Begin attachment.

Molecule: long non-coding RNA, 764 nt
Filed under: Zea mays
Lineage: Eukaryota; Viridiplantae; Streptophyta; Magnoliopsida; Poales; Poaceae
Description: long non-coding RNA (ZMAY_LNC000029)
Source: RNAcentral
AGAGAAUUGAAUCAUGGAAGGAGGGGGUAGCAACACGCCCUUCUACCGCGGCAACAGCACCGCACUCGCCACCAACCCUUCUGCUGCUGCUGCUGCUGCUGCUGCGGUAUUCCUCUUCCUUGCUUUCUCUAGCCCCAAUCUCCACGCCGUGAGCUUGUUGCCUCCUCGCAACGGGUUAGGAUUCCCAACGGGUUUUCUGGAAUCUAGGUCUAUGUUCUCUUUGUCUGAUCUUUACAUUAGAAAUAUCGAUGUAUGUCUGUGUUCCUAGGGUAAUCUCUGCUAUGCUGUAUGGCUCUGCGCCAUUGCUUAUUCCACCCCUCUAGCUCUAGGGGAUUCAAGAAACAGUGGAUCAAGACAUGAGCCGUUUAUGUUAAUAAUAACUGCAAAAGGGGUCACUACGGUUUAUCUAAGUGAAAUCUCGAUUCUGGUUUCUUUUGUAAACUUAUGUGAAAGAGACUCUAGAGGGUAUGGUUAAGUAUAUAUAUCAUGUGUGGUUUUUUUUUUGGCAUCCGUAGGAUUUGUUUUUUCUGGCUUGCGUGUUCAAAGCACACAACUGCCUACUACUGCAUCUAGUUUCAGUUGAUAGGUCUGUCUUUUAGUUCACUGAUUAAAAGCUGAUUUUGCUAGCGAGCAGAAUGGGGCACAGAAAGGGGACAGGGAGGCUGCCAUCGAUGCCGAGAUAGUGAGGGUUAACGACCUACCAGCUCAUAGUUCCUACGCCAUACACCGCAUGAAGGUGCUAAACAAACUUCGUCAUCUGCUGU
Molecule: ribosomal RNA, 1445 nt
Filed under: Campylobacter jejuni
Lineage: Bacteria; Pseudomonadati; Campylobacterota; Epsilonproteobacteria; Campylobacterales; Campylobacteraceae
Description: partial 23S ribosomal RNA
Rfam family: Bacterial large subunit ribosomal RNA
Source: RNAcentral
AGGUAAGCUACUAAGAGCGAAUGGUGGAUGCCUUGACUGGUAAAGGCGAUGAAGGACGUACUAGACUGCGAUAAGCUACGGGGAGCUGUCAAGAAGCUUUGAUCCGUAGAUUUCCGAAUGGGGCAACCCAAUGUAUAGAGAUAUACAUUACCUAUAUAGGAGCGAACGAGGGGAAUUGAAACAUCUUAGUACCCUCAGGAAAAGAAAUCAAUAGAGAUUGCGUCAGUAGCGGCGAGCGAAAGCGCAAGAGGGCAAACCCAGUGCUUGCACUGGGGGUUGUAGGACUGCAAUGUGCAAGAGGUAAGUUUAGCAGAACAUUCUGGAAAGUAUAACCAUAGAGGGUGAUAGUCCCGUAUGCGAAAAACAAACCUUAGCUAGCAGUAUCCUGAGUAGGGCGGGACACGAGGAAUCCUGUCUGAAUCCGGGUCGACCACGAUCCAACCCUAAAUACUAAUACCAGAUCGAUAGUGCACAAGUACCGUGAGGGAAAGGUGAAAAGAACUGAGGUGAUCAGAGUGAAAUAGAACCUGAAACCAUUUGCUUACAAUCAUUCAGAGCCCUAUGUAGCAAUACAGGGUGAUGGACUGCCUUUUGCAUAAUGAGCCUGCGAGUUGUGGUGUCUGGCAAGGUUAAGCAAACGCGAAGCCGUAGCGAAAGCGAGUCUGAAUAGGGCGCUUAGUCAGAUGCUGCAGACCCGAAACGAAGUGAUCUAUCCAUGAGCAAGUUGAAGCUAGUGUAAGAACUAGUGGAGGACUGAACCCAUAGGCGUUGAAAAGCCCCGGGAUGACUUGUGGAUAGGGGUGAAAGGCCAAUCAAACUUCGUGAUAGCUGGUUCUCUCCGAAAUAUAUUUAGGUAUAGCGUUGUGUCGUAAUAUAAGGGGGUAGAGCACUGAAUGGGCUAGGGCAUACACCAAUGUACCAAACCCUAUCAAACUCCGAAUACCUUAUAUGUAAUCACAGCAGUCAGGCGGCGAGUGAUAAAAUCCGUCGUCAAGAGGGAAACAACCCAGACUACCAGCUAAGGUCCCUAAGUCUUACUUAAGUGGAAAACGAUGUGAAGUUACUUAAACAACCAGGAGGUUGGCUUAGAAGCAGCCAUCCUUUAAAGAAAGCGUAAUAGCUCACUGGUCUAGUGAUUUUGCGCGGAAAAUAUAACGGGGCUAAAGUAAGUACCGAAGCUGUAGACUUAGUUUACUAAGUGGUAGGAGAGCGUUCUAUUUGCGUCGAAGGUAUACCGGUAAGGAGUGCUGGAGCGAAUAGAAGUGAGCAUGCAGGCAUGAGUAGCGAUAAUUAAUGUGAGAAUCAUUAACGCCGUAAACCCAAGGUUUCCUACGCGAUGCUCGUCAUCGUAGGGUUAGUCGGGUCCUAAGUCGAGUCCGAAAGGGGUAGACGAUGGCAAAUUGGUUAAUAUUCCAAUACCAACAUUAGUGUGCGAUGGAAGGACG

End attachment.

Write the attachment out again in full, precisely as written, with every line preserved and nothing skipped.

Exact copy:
Molecule: long non-coding RNA, 764 nt
Filed under: Zea mays
Lineage: Eukaryota; Viridiplantae; Streptophyta; Magnoliopsida; Poales; Poaceae
Description: long non-coding RNA (ZMAY_LNC000029)
Source: RNAcentral
AGAGAAUUGAAUCAUGGAAGGAGGGGGUAGCAACACGCCCUUCUACCGCGGCAACAGCACCGCACUCGCCACCAACCCUUCUGCUGCUGCUGCUGCUGCUGCUGCGGUAUUCCUCUUCCUUGCUUUCUCUAGCCCCAAUCUCCACGCCGUGAGCUUGUUGCCUCCUCGCAACGGGUUAGGAUUCCCAACGGGUUUUCUGGAAUCUAGGUCUAUGUUCUCUUUGUCUGAUCUUUACAUUAGAAAUAUCGAUGUAUGUCUGUGUUCCUAGGGUAAUCUCUGCUAUGCUGUAUGGCUCUGCGCCAUUGCUUAUUCCACCCCUCUAGCUCUAGGGGAUUCAAGAAACAGUGGAUCAAGACAUGAGCCGUUUAUGUUAAUAAUAACUGCAAAAGGGGUCACUACGGUUUAUCUAAGUGAAAUCUCGAUUCUGGUUUCUUUUGUAAACUUAUGUGAAAGAGACUCUAGAGGGUAUGGUUAAGUAUAUAUAUCAUGUGUGGUUUUUUUUUUGGCAUCCGUAGGAUUUGUUUUUUCUGGCUUGCGUGUUCAAAGCACACAACUGCCUACUACUGCAUCUAGUUUCAGUUGAUAGGUCUGUCUUUUAGUUCACUGAUUAAAAGCUGAUUUUGCUAGCGAGCAGAAUGGGGCACAGAAAGGGGACAGGGAGGCUGCCAUCGAUGCCGAGAUAGUGAGGGUUAACGACCUACCAGCUCAUAGUUCCUACGCCAUACACCGCAUGAAGGUGCUAAACAAACUUCGUCAUCUGCUGU
Molecule: ribosomal RNA, 1445 nt
Filed under: Campylobacter jejuni
Lineage: Bacteria; Pseudomonadati; Campylobacterota; Epsilonproteobacteria; Campylobacterales; Campylobacteraceae
Description: partial 23S ribosomal RNA
Rfam family: Bacterial large subunit ribosomal RNA
Source: RNAcentral
AGGUAAGCUACUAAGAGCGAAUGGUGGAUGCCUUGACUGGUAAAGGCGAUGAAGGACGUACUAGACUGCGAUAAGCUACGGGGAGCUGUCAAGAAGCUUUGAUCCGUAGAUUUCCGAAUGGGGCAACCCAAUGUAUAGAGAUAUACAUUACCUAUAUAGGAGCGAACGAGGGGAAUUGAAACAUCUUAGUACCCUCAGGAAAAGAAAUCAAUAGAGAUUGCGUCAGUAGCGGCGAGCGAAAGCGCAAGAGGGCAAACCCAGUGCUUGCACUGGGGGUUGUAGGACUGCAAUGUGCAAGAGGUAAGUUUAGCAGAACAUUCUGGAAAGUAUAACCAUAGAGGGUGAUAGUCCCGUAUGCGAAAAACAAACCUUAGCUAGCAGUAUCCUGAGUAGGGCGGGACACGAGGAAUCCUGUCUGAAUCCGGGUCGACCACGAUCCAACCCUAAAUACUAAUACCAGAUCGAUAGUGCACAAGUACCGUGAGGGAAAGGUGAAAAGAACUGAGGUGAUCAGAGUGAAAUAGAACCUGAAACCAUUUGCUUACAAUCAUUCAGAGCCCUAUGUAGCAAUACAGGGUGAUGGACUGCCUUUUGCAUAAUGAGCCUGCGAGUUGUGGUGUCUGGCAAGGUUAAGCAAACGCGAAGCCGUAGCGAAAGCGAGUCUGAAUAGGGCGCUUAGUCAGAUGCUGCAGACCCGAAACGAAGUGAUCUAUCCAUGAGCAAGUUGAAGCUAGUGUAAGAACUAGUGGAGGACUGAACCCAUAGGCGUUGAAAAGCCCCGGGAUGACUUGUGGAUAGGGGUGAAAGGCCAAUCAAACUUCGUGAUAGCUGGUUCUCUCCGAAAUAUAUUUAGGUAUAGCGUUGUGUCGUAAUAUAAGGGGGUAGAGCACUGAAUGGGCUAGGGCAUACACCAAUGUACCAAACCCUAUCAAACUCCGAAUACCUUAUAUGUAAUCACAGCAGUCAGGCGGCGAGUGAUAAAAUCCGUCGUCAAGAGGGAAACAACCCAGACUACCAGCUAAGGUCCCUAAGUCUUACUUAAGUGGAAAACGAUGUGAAGUUACUUAAACAACCAGGAGGUUGGCUUAGAAGCAGCCAUCCUUUAAAGAAAGCGUAAUAGCUCACUGGUCUAGUGAUUUUGCGCGGAAAAUAUAACGGGGCUAAAGUAAGUACCGAAGCUGUAGACUUAGUUUACUAAGUGGUAGGAGAGCGUUCUAUUUGCGUCGAAGGUAUACCGGUAAGGAGUGCUGGAGCGAAUAGAAGUGAGCAUGCAGGCAUGAGUAGCGAUAAUUAAUGUGAGAAUCAUUAACGCCGUAAACCCAAGGUUUCCUACGCGAUGCUCGUCAUCGUAGGGUUAGUCGGGUCCUAAGUCGAGUCCGAAAGGGGUAGACGAUGGCAAAUUGGUUAAUAUUCCAAUACCAACAUUAGUGUGCGAUGGAAGGACG